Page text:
1. Chladek W. The mechanical modeling of selected states of the human mandible. Scientific Papers of Silesian University of Technology, Metallurgy 59, 2000, (in Polish). [Search CrossRef]
  2. Paphangkorakit J., Osborn J. W. Effects on human maximum bite forces of biting on a softer or harder object. Archives of Oral Biology, Vol. 43, Issue 11, 1998, p. 833-839. [Search CrossRef]
  3. Chladek W., Lipski T., Karasiński A. Experimental evaluation of occlusal forces. Acta of Bioengineering and Biomechanics, Vol. 3, Issue 1, 2001, p. 25-37. [Search CrossRef]
  4. Dýraçoðlu D., Güçlü B., Alptekin K., Karan A., Aksoy C. Maximal bite force measurement by the Istanbul bite force recorder. Journal of Physical Medicine and Rehabilitation Sciences, Vol. 3, 2008, p. 117-123. [Search CrossRef]
  5. Calderon P. S., Kogawa E. M., Lauris J. R. P., Conti P. C. R. The influence of gender and bruxism on the human maximum bite force. Journal of Applied Oral Sciencer, Vol. 14, Issue 6, 2006, p. 448-453. [Search CrossRef]
  6. Walimoto A., Könönen M. A novel bite force recorder and maximal isometric bite force values for healthy young adult. Scandinavian Journal of Dental Research, Vol. 101, Issue 3, 1993, p. 171-175. [Search CrossRef]
  7. Singh S., Utreja A. K., Sandhu N., Dhaliwal Y. S. An Innovative miniature bite force recorder. International Journal of Clinical Pediatric Dentistry, Vol. 4, Issue 2, 2011, p. 113-118. [Search CrossRef]
  8. Sathyanarayana H. P., Premkumar S. Assessment of maximum voluntary bite force in children and adults with normal occlusion. International Journal of Pharmaceutical Science and Health Care, Vol. 2, Issue 1, 2012, p. 64-70. [Search CrossRef]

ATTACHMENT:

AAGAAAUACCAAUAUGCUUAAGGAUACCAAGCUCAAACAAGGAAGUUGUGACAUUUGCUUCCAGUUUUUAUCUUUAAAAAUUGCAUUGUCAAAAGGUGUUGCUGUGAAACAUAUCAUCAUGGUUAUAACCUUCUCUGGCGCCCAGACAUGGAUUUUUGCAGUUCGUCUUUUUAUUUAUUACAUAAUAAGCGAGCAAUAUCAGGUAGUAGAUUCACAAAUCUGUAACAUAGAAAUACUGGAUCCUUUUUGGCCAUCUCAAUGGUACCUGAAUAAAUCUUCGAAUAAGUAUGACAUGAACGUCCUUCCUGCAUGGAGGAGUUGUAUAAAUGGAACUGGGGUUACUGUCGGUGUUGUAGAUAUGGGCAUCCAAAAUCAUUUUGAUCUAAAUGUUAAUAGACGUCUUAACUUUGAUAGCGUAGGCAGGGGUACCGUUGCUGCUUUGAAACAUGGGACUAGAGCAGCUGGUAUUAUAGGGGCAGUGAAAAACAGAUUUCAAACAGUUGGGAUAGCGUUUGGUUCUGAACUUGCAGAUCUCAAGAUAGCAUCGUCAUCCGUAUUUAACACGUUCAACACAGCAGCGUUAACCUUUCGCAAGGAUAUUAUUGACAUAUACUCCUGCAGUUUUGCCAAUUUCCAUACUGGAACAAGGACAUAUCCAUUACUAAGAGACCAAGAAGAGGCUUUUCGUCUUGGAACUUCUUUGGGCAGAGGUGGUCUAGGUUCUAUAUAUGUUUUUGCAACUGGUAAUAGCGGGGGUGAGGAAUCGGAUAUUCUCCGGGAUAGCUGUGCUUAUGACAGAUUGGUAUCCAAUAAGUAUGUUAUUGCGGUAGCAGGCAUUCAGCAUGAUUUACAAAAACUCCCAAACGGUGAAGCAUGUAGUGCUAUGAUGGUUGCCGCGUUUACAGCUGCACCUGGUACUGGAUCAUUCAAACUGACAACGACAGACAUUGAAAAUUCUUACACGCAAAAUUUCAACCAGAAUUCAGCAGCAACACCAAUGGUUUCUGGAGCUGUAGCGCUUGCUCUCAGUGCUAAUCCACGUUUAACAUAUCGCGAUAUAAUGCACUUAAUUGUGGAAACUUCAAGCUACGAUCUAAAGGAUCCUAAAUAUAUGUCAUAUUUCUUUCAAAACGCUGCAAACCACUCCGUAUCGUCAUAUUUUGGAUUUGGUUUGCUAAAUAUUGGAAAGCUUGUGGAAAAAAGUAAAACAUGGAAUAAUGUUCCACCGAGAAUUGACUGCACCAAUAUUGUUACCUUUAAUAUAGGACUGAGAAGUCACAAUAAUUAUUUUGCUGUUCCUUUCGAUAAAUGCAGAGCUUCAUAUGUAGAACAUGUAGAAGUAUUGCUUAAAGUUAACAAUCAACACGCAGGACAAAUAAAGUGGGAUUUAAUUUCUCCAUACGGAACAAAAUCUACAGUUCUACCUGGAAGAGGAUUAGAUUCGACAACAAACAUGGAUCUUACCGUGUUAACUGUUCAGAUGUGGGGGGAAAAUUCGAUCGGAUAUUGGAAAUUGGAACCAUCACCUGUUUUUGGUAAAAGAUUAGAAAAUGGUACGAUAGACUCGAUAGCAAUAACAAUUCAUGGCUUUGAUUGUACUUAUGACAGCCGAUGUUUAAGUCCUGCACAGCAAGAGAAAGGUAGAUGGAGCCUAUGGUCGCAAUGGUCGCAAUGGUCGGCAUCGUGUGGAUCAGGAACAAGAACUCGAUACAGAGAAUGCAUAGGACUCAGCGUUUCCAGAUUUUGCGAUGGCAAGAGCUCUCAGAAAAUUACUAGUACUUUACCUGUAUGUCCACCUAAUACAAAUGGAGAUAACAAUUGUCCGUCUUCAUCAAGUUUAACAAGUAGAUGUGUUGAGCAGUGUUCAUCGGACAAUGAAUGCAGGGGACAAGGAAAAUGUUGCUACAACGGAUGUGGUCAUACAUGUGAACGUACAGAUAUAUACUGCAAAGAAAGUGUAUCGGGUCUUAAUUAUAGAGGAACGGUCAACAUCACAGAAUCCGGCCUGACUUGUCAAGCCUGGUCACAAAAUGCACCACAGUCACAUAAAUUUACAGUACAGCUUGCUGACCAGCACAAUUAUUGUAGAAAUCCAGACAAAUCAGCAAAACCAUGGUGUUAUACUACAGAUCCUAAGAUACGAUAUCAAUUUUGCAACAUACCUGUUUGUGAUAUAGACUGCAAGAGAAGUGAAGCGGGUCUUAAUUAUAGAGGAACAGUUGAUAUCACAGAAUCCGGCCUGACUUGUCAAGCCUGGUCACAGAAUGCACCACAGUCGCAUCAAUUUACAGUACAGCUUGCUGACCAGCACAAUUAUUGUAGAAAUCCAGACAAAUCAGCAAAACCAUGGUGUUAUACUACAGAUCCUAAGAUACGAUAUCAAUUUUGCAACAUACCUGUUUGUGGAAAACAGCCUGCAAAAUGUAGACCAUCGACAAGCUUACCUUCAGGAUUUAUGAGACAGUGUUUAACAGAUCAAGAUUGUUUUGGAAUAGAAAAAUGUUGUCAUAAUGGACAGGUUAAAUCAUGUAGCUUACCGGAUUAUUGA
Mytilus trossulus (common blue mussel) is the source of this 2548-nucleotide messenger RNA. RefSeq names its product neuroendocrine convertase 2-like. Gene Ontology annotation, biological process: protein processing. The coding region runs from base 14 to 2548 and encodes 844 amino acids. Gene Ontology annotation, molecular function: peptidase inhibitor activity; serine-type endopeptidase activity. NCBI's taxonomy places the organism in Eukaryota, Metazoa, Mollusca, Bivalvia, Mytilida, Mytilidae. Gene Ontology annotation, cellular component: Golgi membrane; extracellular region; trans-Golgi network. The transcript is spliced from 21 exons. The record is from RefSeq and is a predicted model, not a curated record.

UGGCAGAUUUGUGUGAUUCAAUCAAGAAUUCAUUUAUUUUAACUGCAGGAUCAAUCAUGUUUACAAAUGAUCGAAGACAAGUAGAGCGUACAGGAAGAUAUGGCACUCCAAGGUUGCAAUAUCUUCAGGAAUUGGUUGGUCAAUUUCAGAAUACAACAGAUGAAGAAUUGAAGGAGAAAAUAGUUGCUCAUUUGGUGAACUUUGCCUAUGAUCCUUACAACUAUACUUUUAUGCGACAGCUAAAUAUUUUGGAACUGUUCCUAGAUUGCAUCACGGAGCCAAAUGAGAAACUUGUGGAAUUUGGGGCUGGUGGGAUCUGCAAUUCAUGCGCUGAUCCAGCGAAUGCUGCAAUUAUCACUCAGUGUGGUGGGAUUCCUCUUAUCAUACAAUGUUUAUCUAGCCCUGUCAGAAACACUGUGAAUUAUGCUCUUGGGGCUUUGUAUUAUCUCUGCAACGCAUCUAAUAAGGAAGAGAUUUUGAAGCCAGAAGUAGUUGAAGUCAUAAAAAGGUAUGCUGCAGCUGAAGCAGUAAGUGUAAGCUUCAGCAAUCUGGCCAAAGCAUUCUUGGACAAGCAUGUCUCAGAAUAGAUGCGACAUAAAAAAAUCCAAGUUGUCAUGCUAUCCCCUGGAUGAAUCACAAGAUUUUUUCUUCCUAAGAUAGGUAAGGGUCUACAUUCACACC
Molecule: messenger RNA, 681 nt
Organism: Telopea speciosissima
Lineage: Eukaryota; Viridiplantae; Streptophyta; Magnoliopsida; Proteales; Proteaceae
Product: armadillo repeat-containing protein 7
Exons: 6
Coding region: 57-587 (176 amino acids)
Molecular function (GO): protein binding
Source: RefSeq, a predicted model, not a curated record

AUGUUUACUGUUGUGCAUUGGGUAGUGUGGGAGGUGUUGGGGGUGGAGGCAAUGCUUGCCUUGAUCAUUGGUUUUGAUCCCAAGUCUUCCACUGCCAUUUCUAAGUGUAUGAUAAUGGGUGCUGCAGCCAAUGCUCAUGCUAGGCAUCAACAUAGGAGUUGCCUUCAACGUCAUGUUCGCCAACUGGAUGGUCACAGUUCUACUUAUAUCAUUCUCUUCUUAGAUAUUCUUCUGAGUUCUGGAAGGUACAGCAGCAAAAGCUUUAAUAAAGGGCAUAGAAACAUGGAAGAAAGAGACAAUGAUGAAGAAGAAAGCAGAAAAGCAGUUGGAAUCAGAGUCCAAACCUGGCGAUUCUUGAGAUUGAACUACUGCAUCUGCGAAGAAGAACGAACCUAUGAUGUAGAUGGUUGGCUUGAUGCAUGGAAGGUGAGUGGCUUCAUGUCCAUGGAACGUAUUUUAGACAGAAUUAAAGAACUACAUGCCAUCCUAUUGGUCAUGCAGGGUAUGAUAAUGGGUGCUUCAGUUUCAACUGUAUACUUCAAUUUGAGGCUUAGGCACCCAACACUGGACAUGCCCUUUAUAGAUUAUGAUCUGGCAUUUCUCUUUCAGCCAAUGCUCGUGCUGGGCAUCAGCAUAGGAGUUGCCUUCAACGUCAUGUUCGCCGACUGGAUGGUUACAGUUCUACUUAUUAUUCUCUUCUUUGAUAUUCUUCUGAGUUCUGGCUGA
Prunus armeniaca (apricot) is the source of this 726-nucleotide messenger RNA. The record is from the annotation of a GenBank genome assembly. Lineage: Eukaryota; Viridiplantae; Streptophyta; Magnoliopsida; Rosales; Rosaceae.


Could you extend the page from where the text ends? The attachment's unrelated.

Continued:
9. Krzemień J., Baron S. Axiographic and clinical assessment of temporomandibular joint function in patients with partial edentulism. Acta of Bioengineering and Biomechanics, Vol. 15, Issue 1, 2013, p. 19-26. [Search CrossRef]
  10. Margielewicz J., Chladek W., Lipski T. Kinematical analysis of mandibular motion in the sagittal plane. Acta of Bioengineering and Biomechanics, Vol. 10, Issue 1, 2008, p. 9-19. [Search CrossRef]
  11. Gąska D., Kijak E., Lipski T., Margielewicz J. Numerical modelling of human masticatory organ kinematics. Mechanika, Vol. 18, Issue 4, 2012, p. 447-452. [Search CrossRef]
  12. Wojnarowski J., Kijak E., Gąska D., Margielewicz J. Research model of stomatognathic system’s kinematics in protrusive movement. International Journal of Applied Mechanicics and Engineering, Vol. 17, Issue 3, 2012, p. 1051-1059. [Search CrossRef]
  13. Kim B. I., Jeong S. H., Chung K. H., Cho Y. K., Kwon H. K., Choi C. H. Subjective food intake ability in relation to maximal bite force among Korean adults. Journal of Oral Rehabilitation, Vol. 36, 2009, p. 168-175. [Search CrossRef]
  14. Margielewicz J., Kijak E., Lipski T., Pihut M., Kosiewicz J., Lietz-Kijak D. Biostatic equilibrium model study of human masticatory system. Center for Biomedical Engineering of Silesian University of Technology, Gliwice, Vol. 203, 2012, (in Polish). [Search CrossRef]
  15. Lipski T. Influence of selected characteristics of oral forces to maintain the full lower denture with alveolar bone loss. Katowice, 2005, (in Polish). [Search CrossRef]
  16. Kociubiński A., Duk M., Zyska T., Michalski W. Sensor measuring system for the treatment of bite force evaluation of masticatory efficiency. Electrical Review, Vol. 86, Issue 20, 2010, p. 50-52, (in Polish). [Search CrossRef]
  17. Abu Alhaija E. S. J., Al Zo’ubi I. A., Al Rousan M. E., Hammad M. M. Maximum occlusal bite forces in Jordanian individuals with different dentofacial vertical skeletal patterns. European Journal of Orthodontics, Vol. 32, 2010, p. 71-77. [Search CrossRef]
  18. Sarzyński A. Measurements of pressure forces – flexible FlexiForce sensors. Practical Electronics, Vol. 3, 2010, p. 134-137, (in Polish). [Search CrossRef]
  19. Wojnarowski J., Margielewicz J., Chladek W. Modelling studies as a tool for the identification of masticatory muscle strength. Acta Mechanica et Automatica, Vol. 4, Issue 3, 2010, p. 138-142, (in Polish). [Search CrossRef]